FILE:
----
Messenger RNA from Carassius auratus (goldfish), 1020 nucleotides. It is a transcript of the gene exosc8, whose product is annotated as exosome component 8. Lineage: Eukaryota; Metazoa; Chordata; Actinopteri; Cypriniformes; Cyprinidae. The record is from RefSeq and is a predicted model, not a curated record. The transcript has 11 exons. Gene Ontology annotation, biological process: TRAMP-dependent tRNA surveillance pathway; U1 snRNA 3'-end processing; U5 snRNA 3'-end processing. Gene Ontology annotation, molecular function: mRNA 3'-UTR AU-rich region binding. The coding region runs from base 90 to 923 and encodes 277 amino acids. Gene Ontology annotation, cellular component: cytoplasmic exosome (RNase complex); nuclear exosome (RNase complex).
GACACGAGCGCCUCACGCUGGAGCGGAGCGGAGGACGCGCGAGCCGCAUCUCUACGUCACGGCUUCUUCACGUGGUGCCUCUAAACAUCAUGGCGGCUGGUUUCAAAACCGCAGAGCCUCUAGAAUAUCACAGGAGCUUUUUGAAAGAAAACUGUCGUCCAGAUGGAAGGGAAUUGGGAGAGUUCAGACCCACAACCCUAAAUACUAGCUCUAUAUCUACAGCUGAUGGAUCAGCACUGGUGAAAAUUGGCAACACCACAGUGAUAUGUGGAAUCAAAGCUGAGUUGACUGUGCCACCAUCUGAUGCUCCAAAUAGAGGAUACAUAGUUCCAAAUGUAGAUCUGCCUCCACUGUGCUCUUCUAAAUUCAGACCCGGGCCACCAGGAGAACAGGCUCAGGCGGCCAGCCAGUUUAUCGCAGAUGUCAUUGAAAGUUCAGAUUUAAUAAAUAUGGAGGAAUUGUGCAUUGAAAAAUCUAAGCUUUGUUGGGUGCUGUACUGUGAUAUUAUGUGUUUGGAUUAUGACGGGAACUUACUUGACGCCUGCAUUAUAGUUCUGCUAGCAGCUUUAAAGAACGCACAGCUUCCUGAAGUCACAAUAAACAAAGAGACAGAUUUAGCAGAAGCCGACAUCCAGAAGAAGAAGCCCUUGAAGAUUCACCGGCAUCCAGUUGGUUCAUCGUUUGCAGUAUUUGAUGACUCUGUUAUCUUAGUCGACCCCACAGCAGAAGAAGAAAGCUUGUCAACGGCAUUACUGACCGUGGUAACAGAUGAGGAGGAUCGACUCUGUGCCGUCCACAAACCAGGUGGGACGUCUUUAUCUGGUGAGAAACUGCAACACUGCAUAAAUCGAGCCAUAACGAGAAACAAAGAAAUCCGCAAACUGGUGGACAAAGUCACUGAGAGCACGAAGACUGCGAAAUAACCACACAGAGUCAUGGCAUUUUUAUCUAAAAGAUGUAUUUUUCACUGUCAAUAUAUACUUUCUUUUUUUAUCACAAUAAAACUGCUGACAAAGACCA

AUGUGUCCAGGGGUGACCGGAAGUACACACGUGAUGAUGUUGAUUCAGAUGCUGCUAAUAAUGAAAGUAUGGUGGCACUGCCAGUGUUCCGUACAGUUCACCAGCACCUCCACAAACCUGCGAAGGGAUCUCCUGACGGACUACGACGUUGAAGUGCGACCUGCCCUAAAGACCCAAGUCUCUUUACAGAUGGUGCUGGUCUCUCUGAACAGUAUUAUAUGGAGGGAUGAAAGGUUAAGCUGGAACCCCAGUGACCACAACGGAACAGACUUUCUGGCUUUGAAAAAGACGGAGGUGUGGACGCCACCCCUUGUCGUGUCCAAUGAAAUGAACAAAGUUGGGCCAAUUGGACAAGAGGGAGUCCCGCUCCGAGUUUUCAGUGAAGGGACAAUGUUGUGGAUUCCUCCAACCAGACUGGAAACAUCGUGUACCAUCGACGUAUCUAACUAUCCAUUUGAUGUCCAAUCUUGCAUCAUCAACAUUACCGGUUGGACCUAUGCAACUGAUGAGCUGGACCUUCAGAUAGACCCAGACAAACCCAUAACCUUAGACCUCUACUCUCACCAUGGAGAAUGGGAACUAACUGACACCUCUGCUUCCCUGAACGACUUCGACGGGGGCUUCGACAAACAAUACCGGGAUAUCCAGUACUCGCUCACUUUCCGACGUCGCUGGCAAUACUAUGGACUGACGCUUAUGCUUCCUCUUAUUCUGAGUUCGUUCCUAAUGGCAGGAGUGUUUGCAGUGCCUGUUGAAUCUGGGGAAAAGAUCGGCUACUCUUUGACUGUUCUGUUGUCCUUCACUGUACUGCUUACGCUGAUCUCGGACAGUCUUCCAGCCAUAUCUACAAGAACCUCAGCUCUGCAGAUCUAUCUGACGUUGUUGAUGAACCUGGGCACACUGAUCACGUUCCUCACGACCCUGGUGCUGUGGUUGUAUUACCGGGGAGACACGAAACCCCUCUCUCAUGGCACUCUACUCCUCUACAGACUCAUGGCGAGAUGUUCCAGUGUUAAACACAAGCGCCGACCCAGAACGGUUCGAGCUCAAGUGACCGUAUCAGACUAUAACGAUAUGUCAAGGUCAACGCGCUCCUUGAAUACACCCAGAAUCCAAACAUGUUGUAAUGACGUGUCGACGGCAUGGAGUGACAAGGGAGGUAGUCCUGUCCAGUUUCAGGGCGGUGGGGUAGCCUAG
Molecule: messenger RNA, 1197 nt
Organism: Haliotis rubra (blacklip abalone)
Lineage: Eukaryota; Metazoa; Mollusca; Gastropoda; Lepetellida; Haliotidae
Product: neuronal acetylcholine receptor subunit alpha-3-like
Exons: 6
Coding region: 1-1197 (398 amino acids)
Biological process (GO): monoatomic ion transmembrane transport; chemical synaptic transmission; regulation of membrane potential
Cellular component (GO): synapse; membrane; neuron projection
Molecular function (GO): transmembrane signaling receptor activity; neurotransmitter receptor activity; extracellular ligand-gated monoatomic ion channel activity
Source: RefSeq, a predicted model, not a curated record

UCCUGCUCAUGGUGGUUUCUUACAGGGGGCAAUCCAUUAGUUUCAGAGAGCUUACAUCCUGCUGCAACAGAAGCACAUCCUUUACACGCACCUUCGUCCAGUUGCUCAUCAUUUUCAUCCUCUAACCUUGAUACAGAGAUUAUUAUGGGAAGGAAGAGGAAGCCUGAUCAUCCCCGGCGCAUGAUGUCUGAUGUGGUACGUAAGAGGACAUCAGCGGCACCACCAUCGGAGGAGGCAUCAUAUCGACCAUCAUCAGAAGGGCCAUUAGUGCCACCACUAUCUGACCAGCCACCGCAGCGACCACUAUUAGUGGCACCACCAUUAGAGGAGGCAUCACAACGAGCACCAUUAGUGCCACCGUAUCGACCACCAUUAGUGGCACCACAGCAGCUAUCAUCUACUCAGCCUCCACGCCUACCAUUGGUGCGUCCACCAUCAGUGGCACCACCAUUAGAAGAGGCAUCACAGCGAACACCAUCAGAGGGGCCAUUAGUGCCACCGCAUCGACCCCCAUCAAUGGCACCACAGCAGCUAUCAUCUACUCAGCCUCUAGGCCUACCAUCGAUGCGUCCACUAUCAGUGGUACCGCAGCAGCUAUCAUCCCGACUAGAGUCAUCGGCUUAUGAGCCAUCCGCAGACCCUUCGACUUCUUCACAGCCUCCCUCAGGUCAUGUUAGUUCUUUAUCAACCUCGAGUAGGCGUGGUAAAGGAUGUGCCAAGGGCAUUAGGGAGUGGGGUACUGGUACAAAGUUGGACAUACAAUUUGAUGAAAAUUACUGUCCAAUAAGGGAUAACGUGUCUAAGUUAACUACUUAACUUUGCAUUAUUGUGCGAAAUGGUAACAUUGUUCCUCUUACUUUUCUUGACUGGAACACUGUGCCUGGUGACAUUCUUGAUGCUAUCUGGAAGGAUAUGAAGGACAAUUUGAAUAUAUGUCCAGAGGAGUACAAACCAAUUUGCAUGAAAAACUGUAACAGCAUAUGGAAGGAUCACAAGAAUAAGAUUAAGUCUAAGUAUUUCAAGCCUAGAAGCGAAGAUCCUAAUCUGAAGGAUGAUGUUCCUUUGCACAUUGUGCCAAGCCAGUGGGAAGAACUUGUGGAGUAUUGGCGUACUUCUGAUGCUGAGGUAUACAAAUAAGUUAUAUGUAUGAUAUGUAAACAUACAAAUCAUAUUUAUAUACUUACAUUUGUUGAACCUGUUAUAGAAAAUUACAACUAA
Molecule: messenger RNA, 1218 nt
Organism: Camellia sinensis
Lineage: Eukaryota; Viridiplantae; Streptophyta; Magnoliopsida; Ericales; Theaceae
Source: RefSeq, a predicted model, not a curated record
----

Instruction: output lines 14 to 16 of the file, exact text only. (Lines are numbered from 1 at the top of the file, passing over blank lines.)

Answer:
UCCUGCUCAUGGUGGUUUCUUACAGGGGGCAAUCCAUUAGUUUCAGAGAGCUUACAUCCUGCUGCAACAGAAGCACAUCCUUUACACGCACCUUCGUCCAGUUGCUCAUCAUUUUCAUCCUCUAACCUUGAUACAGAGAUUAUUAUGGGAAGGAAGAGGAAGCCUGAUCAUCCCCGGCGCAUGAUGUCUGAUGUGGUACGUAAGAGGACAUCAGCGGCACCACCAUCGGAGGAGGCAUCAUAUCGACCAUCAUCAGAAGGGCCAUUAGUGCCACCACUAUCUGACCAGCCACCGCAGCGACCACUAUUAGUGGCACCACCAUUAGAGGAGGCAUCACAACGAGCACCAUUAGUGCCACCGUAUCGACCACCAUUAGUGGCACCACAGCAGCUAUCAUCUACUCAGCCUCCACGCCUACCAUUGGUGCGUCCACCAUCAGUGGCACCACCAUUAGAAGAGGCAUCACAGCGAACACCAUCAGAGGGGCCAUUAGUGCCACCGCAUCGACCCCCAUCAAUGGCACCACAGCAGCUAUCAUCUACUCAGCCUCUAGGCCUACCAUCGAUGCGUCCACUAUCAGUGGUACCGCAGCAGCUAUCAUCCCGACUAGAGUCAUCGGCUUAUGAGCCAUCCGCAGACCCUUCGACUUCUUCACAGCCUCCCUCAGGUCAUGUUAGUUCUUUAUCAACCUCGAGUAGGCGUGGUAAAGGAUGUGCCAAGGGCAUUAGGGAGUGGGGUACUGGUACAAAGUUGGACAUACAAUUUGAUGAAAAUUACUGUCCAAUAAGGGAUAACGUGUCUAAGUUAACUACUUAACUUUGCAUUAUUGUGCGAAAUGGUAACAUUGUUCCUCUUACUUUUCUUGACUGGAACACUGUGCCUGGUGACAUUCUUGAUGCUAUCUGGAAGGAUAUGAAGGACAAUUUGAAUAUAUGUCCAGAGGAGUACAAACCAAUUUGCAUGAAAAACUGUAACAGCAUAUGGAAGGAUCACAAGAAUAAGAUUAAGUCUAAGUAUUUCAAGCCUAGAAGCGAAGAUCCUAAUCUGAAGGAUGAUGUUCCUUUGCACAUUGUGCCAAGCCAGUGGGAAGAACUUGUGGAGUAUUGGCGUACUUCUGAUGCUGAGGUAUACAAAUAAGUUAUAUGUAUGAUAUGUAAACAUACAAAUCAUAUUUAUAUACUUACAUUUGUUGAACCUGUUAUAGAAAAUUACAACUAA
Molecule: messenger RNA, 1218 nt
Organism: Camellia sinensis